KUALA LUMPUR: The reactivated National Shipping and Port Council (NSPC) will ensure that the local maritime industry remains competitive, said the Transport Minister.
Anthony Loke said the main issues to be discussed at the NSPC meeting in two months are to discuss the direction of the maritime industry, addressing current issues and examine related policies to include bank financing as well as challenges related to the shipping industry ecosystem.
The NSPC was first established in 2018 when Loke was then transport minister with regular council meetings held every three to four months.
In Budget 2021, presented by then finance minister Tengku Datuk Seri Zafrul Abdul Aziz, RM3.7bil had been allocated under the maritime and logistics development scheme, the sustainable development financing scheme, the tourism infrastructure scheme and the public transport fund to develop the transport sector.
However, in Budget 2023, the maritime industry’s allocation was reduced to RM1bil and placed under the maritime and logistics scheme.
"The application for the fund, which aims to modernise the country’s maritime sector, is under the authority of Bank Pembangunan Malaysia Bhd but there are issues related to the application procedure and fund distribution,” Loke said at a press conference after witnessing the signing of a memorandum of understanding (MoU) between the Malaysian Bunkering Association and the Malaysian Shipowners’ Association here Friday (May 5).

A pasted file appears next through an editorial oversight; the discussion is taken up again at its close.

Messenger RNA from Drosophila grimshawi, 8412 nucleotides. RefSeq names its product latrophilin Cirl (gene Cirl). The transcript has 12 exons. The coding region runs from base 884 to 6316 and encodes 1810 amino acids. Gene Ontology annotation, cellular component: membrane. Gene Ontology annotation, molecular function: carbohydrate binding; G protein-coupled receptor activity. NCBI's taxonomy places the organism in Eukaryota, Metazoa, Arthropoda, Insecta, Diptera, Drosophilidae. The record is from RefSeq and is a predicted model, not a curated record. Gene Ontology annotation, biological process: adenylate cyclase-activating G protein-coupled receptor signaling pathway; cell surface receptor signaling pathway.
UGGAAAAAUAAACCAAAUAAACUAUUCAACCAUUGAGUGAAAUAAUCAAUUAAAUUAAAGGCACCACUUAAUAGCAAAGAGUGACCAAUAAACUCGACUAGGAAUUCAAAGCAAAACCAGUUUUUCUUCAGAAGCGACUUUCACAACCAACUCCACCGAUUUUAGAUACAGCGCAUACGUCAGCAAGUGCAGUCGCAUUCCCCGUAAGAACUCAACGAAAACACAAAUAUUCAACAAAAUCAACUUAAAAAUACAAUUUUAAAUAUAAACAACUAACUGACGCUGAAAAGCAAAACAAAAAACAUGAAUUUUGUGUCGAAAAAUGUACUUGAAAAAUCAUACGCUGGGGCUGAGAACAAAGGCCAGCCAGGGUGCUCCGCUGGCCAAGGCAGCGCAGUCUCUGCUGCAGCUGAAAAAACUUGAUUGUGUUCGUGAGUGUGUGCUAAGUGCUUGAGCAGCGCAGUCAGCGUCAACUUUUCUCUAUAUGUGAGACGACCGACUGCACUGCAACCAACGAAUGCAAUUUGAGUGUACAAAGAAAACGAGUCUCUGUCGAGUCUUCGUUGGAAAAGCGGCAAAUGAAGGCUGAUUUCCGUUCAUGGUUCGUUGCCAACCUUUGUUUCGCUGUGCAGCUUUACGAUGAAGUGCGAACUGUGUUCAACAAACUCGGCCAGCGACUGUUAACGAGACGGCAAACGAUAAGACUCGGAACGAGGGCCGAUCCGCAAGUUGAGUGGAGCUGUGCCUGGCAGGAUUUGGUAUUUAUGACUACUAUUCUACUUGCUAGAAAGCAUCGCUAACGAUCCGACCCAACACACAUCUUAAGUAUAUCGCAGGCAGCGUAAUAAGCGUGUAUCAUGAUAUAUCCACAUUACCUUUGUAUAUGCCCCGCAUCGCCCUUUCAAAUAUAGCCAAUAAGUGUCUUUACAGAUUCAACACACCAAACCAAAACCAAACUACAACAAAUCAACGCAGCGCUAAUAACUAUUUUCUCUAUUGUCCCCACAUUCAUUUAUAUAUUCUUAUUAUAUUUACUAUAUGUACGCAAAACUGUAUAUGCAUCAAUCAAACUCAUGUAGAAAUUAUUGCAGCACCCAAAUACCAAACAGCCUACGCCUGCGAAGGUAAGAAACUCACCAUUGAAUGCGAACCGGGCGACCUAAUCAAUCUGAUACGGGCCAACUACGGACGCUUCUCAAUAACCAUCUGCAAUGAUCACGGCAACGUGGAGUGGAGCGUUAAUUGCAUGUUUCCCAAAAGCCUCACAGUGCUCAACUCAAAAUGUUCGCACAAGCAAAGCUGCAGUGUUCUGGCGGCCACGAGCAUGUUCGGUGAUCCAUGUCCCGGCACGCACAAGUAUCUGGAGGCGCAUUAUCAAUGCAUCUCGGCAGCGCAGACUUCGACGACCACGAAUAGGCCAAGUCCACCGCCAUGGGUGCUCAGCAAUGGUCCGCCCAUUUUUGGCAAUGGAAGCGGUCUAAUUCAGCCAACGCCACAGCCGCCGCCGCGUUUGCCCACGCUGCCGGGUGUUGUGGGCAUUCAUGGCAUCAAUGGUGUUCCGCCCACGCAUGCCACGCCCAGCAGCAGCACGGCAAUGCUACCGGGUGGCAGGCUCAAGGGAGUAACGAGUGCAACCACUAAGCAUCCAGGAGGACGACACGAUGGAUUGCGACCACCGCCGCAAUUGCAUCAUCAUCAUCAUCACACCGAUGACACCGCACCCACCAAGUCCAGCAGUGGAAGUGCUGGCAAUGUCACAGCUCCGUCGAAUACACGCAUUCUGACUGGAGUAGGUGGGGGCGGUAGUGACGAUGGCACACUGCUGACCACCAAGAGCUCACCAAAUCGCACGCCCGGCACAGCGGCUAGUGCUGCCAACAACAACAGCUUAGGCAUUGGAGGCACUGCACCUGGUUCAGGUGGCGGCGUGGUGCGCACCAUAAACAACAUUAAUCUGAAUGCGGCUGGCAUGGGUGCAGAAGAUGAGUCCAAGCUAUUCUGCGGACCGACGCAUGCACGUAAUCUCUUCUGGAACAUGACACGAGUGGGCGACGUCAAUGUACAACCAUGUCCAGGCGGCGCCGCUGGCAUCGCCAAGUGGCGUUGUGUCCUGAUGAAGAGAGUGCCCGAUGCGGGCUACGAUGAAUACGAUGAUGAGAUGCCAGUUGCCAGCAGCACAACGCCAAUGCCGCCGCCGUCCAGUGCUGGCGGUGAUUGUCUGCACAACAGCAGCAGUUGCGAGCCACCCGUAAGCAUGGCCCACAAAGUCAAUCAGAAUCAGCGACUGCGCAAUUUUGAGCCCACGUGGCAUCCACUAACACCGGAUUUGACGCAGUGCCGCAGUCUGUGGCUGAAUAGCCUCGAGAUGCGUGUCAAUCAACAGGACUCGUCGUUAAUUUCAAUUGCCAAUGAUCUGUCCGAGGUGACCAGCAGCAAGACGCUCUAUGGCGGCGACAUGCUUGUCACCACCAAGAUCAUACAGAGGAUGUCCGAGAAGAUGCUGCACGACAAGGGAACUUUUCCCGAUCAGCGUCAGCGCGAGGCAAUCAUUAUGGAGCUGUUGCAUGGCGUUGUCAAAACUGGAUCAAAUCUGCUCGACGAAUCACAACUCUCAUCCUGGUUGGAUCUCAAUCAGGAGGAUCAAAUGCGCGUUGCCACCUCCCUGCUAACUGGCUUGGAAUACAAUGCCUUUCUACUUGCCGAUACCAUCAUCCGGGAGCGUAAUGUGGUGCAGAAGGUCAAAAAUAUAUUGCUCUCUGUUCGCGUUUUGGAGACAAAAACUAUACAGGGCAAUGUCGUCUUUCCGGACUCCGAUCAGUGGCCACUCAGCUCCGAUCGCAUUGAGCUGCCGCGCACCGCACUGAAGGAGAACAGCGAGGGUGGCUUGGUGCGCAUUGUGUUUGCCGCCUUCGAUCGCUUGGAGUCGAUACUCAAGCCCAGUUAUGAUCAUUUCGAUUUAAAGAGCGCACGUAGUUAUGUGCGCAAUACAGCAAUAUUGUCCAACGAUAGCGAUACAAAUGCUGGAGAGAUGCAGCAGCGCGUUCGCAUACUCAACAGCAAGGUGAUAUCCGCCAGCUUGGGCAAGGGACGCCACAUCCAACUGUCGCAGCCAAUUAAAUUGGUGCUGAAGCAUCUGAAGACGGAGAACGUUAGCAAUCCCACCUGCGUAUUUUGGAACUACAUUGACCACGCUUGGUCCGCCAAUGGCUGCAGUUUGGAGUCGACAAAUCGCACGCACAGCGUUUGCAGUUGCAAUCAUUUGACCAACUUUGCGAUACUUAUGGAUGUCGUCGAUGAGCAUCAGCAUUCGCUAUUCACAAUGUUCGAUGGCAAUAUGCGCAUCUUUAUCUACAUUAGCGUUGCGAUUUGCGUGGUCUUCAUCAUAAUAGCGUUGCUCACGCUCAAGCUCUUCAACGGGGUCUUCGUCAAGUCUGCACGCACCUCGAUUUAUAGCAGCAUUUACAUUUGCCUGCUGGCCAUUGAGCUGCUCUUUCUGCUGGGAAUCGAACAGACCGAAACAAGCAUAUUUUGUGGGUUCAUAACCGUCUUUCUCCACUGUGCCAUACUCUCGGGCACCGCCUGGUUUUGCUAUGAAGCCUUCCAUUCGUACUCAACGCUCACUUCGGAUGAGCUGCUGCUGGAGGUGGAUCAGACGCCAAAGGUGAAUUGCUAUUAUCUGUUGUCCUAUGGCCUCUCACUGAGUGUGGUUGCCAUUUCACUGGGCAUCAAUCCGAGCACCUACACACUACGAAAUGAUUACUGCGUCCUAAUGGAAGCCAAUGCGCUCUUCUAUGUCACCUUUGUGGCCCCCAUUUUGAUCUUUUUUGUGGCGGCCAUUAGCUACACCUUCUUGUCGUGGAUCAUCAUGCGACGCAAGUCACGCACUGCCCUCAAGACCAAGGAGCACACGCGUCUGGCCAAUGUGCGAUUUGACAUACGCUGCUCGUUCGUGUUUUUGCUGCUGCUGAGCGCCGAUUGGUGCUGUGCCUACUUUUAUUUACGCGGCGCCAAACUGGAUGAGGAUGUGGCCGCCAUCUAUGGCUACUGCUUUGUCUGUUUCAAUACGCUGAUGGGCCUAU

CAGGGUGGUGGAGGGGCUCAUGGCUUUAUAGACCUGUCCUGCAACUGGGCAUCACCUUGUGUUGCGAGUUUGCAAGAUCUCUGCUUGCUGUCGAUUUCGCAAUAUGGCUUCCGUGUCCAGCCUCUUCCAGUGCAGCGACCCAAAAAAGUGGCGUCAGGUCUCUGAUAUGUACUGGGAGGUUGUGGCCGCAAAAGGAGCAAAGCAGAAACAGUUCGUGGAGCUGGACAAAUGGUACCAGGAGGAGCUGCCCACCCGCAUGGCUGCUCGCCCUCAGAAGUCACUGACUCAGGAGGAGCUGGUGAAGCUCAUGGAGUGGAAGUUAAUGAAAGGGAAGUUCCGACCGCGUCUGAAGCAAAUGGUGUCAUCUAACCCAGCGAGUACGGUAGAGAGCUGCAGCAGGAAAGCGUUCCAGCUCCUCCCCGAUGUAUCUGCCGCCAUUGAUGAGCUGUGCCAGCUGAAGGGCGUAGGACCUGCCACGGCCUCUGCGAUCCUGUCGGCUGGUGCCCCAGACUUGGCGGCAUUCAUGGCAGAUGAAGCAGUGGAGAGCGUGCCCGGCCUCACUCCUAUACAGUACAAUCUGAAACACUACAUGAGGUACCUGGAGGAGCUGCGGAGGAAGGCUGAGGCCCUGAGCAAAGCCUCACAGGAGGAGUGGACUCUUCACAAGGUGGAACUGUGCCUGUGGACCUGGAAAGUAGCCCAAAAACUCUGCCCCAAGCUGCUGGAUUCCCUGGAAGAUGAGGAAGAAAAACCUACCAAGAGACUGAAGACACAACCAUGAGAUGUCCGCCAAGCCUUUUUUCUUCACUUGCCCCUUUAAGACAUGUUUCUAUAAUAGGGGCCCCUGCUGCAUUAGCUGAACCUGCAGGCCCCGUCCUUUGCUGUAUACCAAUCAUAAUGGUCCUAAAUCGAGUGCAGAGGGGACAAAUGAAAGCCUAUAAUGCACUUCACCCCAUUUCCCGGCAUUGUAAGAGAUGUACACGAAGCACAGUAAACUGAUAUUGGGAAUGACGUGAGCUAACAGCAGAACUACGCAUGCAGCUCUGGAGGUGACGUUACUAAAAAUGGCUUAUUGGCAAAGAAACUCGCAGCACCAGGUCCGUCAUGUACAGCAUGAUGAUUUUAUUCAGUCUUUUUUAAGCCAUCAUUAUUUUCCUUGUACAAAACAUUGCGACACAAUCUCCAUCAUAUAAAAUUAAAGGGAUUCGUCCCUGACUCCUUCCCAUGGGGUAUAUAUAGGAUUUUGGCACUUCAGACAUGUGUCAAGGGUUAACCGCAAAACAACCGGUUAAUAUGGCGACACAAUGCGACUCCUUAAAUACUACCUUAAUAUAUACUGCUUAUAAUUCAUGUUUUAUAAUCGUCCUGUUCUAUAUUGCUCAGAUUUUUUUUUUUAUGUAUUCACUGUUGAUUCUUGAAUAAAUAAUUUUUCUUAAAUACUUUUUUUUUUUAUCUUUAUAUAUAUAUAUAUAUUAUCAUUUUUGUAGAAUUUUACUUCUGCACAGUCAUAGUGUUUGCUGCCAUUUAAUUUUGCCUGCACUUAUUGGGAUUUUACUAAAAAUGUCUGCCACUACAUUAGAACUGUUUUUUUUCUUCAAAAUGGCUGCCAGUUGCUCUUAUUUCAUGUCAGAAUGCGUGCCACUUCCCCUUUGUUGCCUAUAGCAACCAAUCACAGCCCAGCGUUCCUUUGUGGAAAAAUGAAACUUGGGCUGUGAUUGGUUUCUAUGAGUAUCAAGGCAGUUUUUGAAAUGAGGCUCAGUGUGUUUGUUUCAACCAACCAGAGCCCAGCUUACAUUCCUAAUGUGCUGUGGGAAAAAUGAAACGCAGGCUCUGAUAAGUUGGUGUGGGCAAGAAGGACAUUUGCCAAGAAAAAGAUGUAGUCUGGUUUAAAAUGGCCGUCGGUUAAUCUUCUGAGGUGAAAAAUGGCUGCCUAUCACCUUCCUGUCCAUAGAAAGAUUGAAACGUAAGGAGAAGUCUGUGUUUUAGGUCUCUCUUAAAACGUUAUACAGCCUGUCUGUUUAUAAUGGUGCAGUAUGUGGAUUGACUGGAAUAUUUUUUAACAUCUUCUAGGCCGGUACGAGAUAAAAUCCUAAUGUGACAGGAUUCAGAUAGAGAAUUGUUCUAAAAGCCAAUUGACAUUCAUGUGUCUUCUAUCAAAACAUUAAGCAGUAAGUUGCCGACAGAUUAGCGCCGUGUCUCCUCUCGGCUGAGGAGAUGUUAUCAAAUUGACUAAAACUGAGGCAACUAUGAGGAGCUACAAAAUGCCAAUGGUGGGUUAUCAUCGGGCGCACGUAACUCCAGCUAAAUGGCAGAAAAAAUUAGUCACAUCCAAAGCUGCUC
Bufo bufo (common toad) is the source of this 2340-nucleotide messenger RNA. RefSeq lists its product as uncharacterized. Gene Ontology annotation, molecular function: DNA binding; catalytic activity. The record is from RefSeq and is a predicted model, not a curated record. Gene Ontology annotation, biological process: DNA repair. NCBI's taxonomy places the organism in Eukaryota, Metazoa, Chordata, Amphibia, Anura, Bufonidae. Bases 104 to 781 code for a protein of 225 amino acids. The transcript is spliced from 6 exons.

Bunkering, which is the supply of fuel or petroleum products from ship to ship, is a strategic sub-sector of the maritime industry but has received little attention prior to this, said the minister.
He emphasised that the size of the bunkering market -- with a four per cent growth annually -- will reach US$160bil in 2030 compared to the world’s bunker fuel market estimated at US$110bil in 2020.
"The growth potential of bunkering activities is quite large. It can contribute to the growth of the country’s economy, especially by catalysing the formation of a more dynamic and competitive maritime economic eco-system chain in Malaysia,” he said.
Loke stressed that the MoU between MBA and MASA is a good starting point, in line with the government's efforts to ensure that all obligations and conditions under the International Convention for the Prevention of Pollution from Ships are perfectly implemented, including the use of double-hull double-bottom ships to improve bunkering industry competitiveness and environmental sustainability.
"For single-hull double-bottom tankers handed over before July 1996, they are allowed to carry oil and their operations can continue subject to certain conditions.
"The renewal of conditions will come into effect via a new Malaysia Shipping Notice to be issued by the Malaysian Maritime Department this month and it is expected to come into effect on June 1, 2023,” he said.
Loke also emphasised that the policies took into account the needs and wishes of industry players in Sarawak and Sabah, as well as islands using small vessels comprising mainly single-hull vessels or licensed boats. - Bernama